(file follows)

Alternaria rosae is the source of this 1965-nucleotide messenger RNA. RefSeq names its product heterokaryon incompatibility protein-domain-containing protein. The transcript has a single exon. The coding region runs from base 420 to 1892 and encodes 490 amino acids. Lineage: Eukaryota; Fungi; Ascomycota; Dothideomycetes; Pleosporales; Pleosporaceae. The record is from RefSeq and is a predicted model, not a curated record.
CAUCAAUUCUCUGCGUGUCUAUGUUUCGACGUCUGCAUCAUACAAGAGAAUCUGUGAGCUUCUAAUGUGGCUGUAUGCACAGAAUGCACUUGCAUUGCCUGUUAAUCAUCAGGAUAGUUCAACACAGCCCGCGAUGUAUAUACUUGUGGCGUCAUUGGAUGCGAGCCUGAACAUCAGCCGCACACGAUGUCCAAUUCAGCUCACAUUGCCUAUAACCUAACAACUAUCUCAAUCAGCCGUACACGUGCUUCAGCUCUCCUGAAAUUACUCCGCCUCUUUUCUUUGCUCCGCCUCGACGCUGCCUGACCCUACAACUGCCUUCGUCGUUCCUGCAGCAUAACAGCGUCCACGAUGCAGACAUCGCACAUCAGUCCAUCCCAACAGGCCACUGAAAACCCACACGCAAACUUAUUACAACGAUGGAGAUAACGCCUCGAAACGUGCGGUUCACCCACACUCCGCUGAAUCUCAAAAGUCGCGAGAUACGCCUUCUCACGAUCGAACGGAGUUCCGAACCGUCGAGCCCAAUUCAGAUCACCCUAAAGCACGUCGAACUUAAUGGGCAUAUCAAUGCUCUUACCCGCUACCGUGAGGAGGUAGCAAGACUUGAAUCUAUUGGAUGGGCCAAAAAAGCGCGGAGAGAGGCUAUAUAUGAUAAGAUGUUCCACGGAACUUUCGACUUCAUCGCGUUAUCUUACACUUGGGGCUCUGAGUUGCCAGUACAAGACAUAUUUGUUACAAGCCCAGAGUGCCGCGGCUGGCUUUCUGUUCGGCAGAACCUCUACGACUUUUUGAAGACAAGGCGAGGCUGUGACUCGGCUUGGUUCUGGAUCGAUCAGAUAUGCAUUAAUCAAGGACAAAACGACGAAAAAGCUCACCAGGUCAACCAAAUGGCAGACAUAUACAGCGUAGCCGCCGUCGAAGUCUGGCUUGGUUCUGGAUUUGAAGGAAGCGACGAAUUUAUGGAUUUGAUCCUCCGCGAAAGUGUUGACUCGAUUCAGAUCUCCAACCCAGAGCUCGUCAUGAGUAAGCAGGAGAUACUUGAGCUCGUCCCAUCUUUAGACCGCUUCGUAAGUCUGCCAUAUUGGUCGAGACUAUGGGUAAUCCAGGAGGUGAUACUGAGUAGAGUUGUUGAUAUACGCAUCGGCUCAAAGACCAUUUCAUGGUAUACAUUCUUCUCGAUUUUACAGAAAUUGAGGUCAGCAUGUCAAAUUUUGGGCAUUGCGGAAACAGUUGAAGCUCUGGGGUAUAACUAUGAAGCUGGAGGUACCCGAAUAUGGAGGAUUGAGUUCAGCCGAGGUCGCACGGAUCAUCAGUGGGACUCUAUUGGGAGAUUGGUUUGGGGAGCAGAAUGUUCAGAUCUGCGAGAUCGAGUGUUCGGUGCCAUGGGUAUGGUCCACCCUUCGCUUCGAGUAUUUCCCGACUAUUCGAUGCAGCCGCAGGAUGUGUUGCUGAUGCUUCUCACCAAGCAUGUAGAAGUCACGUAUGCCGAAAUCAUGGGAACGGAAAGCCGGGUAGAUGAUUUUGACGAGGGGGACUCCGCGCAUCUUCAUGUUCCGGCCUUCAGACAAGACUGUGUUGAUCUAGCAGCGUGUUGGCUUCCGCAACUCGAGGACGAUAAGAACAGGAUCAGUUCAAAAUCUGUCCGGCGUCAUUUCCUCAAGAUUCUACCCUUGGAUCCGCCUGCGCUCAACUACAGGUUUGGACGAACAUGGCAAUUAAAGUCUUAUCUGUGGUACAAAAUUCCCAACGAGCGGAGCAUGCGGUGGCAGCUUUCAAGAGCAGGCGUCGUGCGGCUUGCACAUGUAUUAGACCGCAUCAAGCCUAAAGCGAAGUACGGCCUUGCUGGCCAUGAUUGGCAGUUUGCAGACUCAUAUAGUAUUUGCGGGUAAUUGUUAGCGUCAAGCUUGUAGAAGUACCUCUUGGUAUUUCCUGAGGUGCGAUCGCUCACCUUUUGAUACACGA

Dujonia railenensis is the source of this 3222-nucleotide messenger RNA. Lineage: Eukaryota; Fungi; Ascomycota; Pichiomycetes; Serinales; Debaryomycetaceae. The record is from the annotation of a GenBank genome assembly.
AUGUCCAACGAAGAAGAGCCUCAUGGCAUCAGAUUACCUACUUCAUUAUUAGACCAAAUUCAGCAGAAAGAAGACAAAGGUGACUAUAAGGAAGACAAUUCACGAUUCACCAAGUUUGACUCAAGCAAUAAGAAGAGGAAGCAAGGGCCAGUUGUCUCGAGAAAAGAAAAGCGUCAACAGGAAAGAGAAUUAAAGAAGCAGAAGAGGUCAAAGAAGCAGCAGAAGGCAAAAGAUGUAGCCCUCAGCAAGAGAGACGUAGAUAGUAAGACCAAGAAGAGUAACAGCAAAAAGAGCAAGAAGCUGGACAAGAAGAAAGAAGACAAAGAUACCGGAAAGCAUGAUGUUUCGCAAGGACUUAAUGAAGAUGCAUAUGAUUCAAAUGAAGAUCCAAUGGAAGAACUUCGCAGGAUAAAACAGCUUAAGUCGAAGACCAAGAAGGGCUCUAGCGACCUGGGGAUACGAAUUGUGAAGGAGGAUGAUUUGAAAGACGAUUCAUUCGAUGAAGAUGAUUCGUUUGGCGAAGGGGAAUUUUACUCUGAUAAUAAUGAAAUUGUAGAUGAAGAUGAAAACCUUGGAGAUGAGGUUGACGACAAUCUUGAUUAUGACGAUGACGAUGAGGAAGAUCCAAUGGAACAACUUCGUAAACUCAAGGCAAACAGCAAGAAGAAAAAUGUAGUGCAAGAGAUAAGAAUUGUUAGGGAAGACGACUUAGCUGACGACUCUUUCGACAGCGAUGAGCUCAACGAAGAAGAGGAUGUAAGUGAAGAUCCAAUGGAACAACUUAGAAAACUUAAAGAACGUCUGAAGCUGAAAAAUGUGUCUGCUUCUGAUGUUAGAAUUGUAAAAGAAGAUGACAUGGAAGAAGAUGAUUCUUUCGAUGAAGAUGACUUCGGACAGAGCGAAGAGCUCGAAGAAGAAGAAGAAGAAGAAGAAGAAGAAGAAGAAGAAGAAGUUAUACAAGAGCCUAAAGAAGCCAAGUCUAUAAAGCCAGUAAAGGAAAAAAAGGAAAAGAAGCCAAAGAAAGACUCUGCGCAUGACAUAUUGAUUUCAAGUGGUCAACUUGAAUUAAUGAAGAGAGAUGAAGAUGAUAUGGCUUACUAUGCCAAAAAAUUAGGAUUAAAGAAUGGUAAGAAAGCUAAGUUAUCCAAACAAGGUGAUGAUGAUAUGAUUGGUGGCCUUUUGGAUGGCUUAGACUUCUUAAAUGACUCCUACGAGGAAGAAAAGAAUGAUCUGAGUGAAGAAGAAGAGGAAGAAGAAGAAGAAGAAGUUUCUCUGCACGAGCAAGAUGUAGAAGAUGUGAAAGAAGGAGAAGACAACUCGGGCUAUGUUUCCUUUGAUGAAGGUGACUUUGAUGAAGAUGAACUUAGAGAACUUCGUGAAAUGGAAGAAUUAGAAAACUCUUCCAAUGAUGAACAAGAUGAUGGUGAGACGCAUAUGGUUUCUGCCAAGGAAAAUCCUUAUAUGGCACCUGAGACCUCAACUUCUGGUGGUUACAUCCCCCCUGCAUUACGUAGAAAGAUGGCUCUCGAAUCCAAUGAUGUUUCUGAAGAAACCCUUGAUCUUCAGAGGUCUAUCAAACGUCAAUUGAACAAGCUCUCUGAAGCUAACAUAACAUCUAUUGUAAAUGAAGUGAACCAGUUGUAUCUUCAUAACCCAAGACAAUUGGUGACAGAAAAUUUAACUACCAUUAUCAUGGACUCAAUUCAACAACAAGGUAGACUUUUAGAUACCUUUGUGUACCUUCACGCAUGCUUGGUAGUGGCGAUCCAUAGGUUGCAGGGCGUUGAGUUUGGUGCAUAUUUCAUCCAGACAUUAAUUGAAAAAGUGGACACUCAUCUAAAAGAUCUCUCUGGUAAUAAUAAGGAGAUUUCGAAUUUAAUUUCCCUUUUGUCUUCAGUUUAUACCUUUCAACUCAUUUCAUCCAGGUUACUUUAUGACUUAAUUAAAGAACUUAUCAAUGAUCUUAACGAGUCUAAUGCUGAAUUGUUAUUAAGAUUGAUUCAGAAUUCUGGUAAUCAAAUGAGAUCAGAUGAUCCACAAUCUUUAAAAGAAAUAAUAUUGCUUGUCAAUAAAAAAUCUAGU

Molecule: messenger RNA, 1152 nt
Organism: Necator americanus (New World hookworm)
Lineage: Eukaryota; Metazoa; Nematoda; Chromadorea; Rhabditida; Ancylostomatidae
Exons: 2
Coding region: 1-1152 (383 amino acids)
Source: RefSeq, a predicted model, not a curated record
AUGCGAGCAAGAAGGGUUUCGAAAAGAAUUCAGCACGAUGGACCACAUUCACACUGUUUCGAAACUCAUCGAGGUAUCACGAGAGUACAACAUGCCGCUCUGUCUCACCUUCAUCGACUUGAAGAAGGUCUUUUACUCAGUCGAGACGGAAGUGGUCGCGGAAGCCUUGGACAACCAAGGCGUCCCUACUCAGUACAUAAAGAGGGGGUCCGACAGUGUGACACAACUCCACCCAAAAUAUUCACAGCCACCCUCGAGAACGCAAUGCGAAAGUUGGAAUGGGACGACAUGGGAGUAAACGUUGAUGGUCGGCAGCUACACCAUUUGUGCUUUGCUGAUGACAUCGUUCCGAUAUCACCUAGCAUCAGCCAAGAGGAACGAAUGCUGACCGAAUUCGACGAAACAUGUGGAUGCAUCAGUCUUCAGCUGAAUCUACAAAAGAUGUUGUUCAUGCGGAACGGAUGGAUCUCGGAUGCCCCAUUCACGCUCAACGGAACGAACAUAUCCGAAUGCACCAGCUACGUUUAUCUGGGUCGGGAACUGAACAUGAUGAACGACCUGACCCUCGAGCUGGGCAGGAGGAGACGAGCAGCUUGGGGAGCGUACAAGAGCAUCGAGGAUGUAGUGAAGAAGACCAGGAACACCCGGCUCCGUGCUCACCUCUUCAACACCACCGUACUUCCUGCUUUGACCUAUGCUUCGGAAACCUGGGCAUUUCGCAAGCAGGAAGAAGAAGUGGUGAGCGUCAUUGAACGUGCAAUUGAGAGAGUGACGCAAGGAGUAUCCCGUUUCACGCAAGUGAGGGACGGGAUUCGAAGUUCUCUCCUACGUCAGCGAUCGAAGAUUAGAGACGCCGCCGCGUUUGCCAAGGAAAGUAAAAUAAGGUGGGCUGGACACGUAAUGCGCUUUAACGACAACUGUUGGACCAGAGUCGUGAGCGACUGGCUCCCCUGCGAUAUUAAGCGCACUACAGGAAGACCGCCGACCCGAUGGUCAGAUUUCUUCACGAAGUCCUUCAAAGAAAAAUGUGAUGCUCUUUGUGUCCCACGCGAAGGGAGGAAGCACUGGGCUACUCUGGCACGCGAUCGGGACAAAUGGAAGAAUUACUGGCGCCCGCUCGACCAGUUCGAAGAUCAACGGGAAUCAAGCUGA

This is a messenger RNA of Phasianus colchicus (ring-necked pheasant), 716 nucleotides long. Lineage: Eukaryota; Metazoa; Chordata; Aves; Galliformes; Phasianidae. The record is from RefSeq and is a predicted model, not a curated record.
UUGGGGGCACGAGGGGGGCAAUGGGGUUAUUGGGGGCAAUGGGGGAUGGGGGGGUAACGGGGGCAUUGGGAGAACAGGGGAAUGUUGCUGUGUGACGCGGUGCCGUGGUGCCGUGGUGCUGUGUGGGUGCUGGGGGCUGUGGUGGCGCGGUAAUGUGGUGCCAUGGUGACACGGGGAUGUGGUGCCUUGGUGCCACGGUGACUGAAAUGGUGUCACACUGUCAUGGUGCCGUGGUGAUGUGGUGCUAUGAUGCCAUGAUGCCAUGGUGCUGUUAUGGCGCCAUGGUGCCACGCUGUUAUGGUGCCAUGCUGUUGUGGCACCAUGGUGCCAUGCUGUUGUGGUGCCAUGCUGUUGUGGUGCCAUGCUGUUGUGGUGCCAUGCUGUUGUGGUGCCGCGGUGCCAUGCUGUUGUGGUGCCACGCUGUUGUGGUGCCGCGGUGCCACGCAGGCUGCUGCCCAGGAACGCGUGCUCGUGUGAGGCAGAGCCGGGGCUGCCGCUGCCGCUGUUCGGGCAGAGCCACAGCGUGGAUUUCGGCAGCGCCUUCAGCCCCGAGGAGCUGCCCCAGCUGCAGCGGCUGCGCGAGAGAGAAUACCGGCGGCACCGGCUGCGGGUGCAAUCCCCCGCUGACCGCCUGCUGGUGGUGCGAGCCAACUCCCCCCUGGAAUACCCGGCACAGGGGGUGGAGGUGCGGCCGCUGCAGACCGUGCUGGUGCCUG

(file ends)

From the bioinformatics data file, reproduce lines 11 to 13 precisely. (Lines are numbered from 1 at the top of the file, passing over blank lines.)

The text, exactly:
AUGCGAGCAAGAAGGGUUUCGAAAAGAAUUCAGCACGAUGGACCACAUUCACACUGUUUCGAAACUCAUCGAGGUAUCACGAGAGUACAACAUGCCGCUCUGUCUCACCUUCAUCGACUUGAAGAAGGUCUUUUACUCAGUCGAGACGGAAGUGGUCGCGGAAGCCUUGGACAACCAAGGCGUCCCUACUCAGUACAUAAAGAGGGGGUCCGACAGUGUGACACAACUCCACCCAAAAUAUUCACAGCCACCCUCGAGAACGCAAUGCGAAAGUUGGAAUGGGACGACAUGGGAGUAAACGUUGAUGGUCGGCAGCUACACCAUUUGUGCUUUGCUGAUGACAUCGUUCCGAUAUCACCUAGCAUCAGCCAAGAGGAACGAAUGCUGACCGAAUUCGACGAAACAUGUGGAUGCAUCAGUCUUCAGCUGAAUCUACAAAAGAUGUUGUUCAUGCGGAACGGAUGGAUCUCGGAUGCCCCAUUCACGCUCAACGGAACGAACAUAUCCGAAUGCACCAGCUACGUUUAUCUGGGUCGGGAACUGAACAUGAUGAACGACCUGACCCUCGAGCUGGGCAGGAGGAGACGAGCAGCUUGGGGAGCGUACAAGAGCAUCGAGGAUGUAGUGAAGAAGACCAGGAACACCCGGCUCCGUGCUCACCUCUUCAACACCACCGUACUUCCUGCUUUGACCUAUGCUUCGGAAACCUGGGCAUUUCGCAAGCAGGAAGAAGAAGUGGUGAGCGUCAUUGAACGUGCAAUUGAGAGAGUGACGCAAGGAGUAUCCCGUUUCACGCAAGUGAGGGACGGGAUUCGAAGUUCUCUCCUACGUCAGCGAUCGAAGAUUAGAGACGCCGCCGCGUUUGCCAAGGAAAGUAAAAUAAGGUGGGCUGGACACGUAAUGCGCUUUAACGACAACUGUUGGACCAGAGUCGUGAGCGACUGGCUCCCCUGCGAUAUUAAGCGCACUACAGGAAGACCGCCGACCCGAUGGUCAGAUUUCUUCACGAAGUCCUUCAAAGAAAAAUGUGAUGCUCUUUGUGUCCCACGCGAAGGGAGGAAGCACUGGGCUACUCUGGCACGCGAUCGGGACAAAUGGAAGAAUUACUGGCGCCCGCUCGACCAGUUCGAAGAUCAACGGGAAUCAAGCUGA

This is a messenger RNA of Phasianus colchicus (ring-necked pheasant), 716 nucleotides long. Lineage: Eukaryota; Metazoa; Chordata; Aves; Galliformes; Phasianidae. The record is from RefSeq and is a predicted model, not a curated record.
UUGGGGGCACGAGGGGGGCAAUGGGGUUAUUGGGGGCAAUGGGGGAUGGGGGGGUAACGGGGGCAUUGGGAGAACAGGGGAAUGUUGCUGUGUGACGCGGUGCCGUGGUGCCGUGGUGCUGUGUGGGUGCUGGGGGCUGUGGUGGCGCGGUAAUGUGGUGCCAUGGUGACACGGGGAUGUGGUGCCUUGGUGCCACGGUGACUGAAAUGGUGUCACACUGUCAUGGUGCCGUGGUGAUGUGGUGCUAUGAUGCCAUGAUGCCAUGGUGCUGUUAUGGCGCCAUGGUGCCACGCUGUUAUGGUGCCAUGCUGUUGUGGCACCAUGGUGCCAUGCUGUUGUGGUGCCAUGCUGUUGUGGUGCCAUGCUGUUGUGGUGCCAUGCUGUUGUGGUGCCGCGGUGCCAUGCUGUUGUGGUGCCACGCUGUUGUGGUGCCGCGGUGCCACGCAGGCUGCUGCCCAGGAACGCGUGCUCGUGUGAGGCAGAGCCGGGGCUGCCGCUGCCGCUGUUCGGGCAGAGCCACAGCGUGGAUUUCGGCAGCGCCUUCAGCCCCGAGGAGCUGCCCCAGCUGCAGCGGCUGCGCGAGAGAGAAUACCGGCGGCACCGGCUGCGGGUGCAAUCCCCCGCUGACCGCCUGCUGGUGGUGCGAGCCAACUCCCCCCUGGAAUACCCGGCACAGGGGGUGGAGGUGCGGCCGCUGCAGACCGUGCUGGUGCCUG